American Heart Association & Johnson County Department of Health & Environment receives $100,000 Kansas Health Foundation healthy living grant
KANSAS CITY (May 15, 2014) – The American Heart Association (AHA) in partnership with the Johnson County Department of Health & Environment (JCDHE) has been awarded a $100,000 healthy living grant from the Kansas Health Foundation. The American Heart Association is one of 22 new grantees in the state to receive healthy living grant funding. The two organizations, plan to leverage resources and expertise to support early childhood programs in improving nutrition, physical activity, screen time and infant feeding policies and practices.
“We have an opportunity to impact over 180 childcare centers and almost 18,000 children in Johnson County with these resources,” said Renee Bryant, community wellness coordinator, Johnson County Department of Health and Environment. “Our centers will receive scholarships to attend trainings on creating an environment that supports healthy lifestyles as well as receiving continuing education credit for licensing.”
Early Care and Education Wellness in Johnson County (ECEW-JC) is a joint initiative which focuses on healthy eating and active living and targets an underserved population in obesity prevention – children ages five and under, and the early childhood programs that provide many of their meals and snacks. The new healthy living grant will be used to target the early childhood programs that have already committed to assessing their current policies and practices, leveraging the assessment tool in use in neighboring Wyandotte County as part of Healthy Way to Grow (HWTG), a joint program of the AHA and Nemours with inaugural funding by the William G. McGowan Charitable Fund.
“Early childhood programs are an important setting to help children develop lifelong healthy habits,” said Rhonda Erpelding, child care specialist, American Heart Association. “We are excited to work with programs in Johnson County and support strong nutrition and physical activity policies and practices in these settings.”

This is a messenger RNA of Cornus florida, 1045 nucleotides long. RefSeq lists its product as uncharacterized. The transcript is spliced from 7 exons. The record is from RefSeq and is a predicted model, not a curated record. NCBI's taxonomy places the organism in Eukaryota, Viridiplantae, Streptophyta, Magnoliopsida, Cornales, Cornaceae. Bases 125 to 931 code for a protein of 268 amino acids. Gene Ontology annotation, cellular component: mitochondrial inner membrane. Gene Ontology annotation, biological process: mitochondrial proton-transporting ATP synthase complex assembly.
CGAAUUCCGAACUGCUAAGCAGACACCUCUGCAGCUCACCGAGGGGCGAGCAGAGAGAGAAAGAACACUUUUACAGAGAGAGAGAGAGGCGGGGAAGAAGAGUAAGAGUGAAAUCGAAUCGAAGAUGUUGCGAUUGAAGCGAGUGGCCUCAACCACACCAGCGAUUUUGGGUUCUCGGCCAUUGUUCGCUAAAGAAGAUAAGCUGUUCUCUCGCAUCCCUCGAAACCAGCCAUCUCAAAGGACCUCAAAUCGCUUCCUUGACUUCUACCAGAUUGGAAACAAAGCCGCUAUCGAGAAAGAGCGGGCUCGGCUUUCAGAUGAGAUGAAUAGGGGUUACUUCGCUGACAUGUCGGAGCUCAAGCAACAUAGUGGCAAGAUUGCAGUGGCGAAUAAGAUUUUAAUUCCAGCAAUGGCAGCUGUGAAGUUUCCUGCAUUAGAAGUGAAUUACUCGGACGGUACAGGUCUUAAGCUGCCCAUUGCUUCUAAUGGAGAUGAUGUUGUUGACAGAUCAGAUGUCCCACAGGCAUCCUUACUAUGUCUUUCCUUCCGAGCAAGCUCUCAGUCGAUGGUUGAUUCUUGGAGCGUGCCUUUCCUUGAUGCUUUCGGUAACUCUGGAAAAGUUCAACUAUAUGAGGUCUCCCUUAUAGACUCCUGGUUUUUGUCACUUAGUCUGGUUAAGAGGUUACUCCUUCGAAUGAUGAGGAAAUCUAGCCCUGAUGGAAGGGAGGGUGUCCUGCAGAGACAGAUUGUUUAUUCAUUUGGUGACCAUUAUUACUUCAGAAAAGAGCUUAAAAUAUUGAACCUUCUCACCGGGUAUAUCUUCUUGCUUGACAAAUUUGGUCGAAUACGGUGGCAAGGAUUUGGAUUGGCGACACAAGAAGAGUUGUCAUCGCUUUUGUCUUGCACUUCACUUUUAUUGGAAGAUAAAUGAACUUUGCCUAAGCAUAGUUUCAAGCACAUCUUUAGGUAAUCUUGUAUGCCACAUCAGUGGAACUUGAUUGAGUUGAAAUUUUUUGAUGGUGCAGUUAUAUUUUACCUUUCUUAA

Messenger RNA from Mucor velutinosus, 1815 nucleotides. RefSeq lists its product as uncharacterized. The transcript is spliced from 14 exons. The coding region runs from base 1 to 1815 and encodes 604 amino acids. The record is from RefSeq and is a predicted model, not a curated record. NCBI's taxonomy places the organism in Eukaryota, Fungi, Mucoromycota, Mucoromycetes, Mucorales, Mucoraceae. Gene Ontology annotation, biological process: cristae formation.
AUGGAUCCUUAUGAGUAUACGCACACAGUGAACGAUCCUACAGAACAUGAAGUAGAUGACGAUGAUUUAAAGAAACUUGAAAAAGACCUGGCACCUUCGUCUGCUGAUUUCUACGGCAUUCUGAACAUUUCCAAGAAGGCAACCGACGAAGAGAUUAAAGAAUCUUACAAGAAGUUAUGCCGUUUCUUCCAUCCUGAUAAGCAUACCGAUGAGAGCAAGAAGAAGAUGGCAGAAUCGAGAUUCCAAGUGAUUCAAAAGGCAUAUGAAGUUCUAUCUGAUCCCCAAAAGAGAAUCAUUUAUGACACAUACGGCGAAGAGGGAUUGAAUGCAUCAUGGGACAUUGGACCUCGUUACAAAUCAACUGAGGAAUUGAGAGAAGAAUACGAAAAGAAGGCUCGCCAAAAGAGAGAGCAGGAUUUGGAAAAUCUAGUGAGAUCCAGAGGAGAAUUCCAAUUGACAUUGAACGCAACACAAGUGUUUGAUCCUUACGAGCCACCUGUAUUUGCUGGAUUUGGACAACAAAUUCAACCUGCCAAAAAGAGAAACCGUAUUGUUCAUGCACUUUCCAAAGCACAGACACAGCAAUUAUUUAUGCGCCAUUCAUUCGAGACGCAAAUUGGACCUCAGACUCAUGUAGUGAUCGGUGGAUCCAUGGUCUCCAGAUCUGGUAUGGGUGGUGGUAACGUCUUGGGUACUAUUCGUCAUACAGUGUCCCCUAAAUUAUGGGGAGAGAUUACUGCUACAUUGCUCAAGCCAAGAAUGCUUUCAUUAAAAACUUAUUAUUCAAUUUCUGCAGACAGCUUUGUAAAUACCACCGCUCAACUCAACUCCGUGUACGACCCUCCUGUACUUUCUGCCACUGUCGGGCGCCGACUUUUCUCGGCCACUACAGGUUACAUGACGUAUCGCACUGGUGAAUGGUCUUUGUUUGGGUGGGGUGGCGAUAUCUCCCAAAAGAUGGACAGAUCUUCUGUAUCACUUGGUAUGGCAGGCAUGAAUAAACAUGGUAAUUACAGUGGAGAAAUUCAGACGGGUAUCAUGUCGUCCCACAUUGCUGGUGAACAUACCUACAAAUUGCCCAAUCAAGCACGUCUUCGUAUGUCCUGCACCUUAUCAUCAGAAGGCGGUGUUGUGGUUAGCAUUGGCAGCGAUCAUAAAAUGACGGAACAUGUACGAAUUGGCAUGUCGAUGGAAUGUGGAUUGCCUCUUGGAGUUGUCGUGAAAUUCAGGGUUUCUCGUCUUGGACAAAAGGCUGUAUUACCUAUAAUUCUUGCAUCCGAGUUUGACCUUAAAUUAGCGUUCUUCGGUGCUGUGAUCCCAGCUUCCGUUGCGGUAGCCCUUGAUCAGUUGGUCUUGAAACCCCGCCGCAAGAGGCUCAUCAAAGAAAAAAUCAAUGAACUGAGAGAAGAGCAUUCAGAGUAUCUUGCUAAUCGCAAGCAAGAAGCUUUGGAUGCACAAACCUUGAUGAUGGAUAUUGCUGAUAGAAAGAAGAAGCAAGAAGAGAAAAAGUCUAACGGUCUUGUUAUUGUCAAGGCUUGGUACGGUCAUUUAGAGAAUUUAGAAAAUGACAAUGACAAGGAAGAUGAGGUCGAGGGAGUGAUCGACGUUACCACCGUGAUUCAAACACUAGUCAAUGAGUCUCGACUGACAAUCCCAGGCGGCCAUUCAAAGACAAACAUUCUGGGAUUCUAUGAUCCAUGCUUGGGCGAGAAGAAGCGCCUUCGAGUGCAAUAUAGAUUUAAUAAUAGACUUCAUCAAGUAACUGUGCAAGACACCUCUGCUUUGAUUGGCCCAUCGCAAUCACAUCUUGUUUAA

Funding for healthy living initiatives represents one way the Kansas Health Foundation seeks to address issues of tobacco use and obesity in Kansas. Grants were specifically targeted toward programs and initiatives supporting healthy eating, active living and tobacco prevention. Smoking and obesity remain the leading causes of preventable death and illness in the state, and combine to cost Kansas more than $2 billion annually in unnecessary health care costs.
“Providing funding to organizations poised to make an impact on major health issues like obesity and tobacco use is crucial to our work and the overall health landscape in Kansas,” said Jeff Willett, vice president for programs at the Kansas Health Foundation. “These are health problems that affect the lives of many Kansans, and are increasingly concentrated among Kansans of lower socioeconomic status, further compounding health and economic disparities in our state.”
The first year of the joint early childhood program initiative in Johnson County will focus on nutrition education and food and beverage policies and practices. Year two of the initiative will expand the assessment and trainings to include physical activity and screen time policies and practices, culminating in the creation of a child care center wellness policy that reflects assessment results and trainings over the course of the two years.
For more information about the American Heart Association‘s efforts or to learn how you can participate, please visit contact Rhonda Erpelding at 214-706-2248 or Rhonda.Erpelding@heart.org.
All grantees—including universities, nonprofit organizations, state agencies and municipalities—received funding through a competitive application process, with individual grant awards of up to $100,000. In total, the Kansas Health Foundation provided approximately $2 million in healthy living grants across the 22 grantees. Initiatives funded emphasized strategies intended to lead to implementation of policy, systems and environmental interventions with the potential to impact a broad population. Through this type of grant making, the Foundation opens up to Kansans who have the experience, know-how and inspiration to tackle some of the toughest issues facing public health today and provides the funding needed to see their mission accomplished.
Ciara O’Brien Murray, Communications Director
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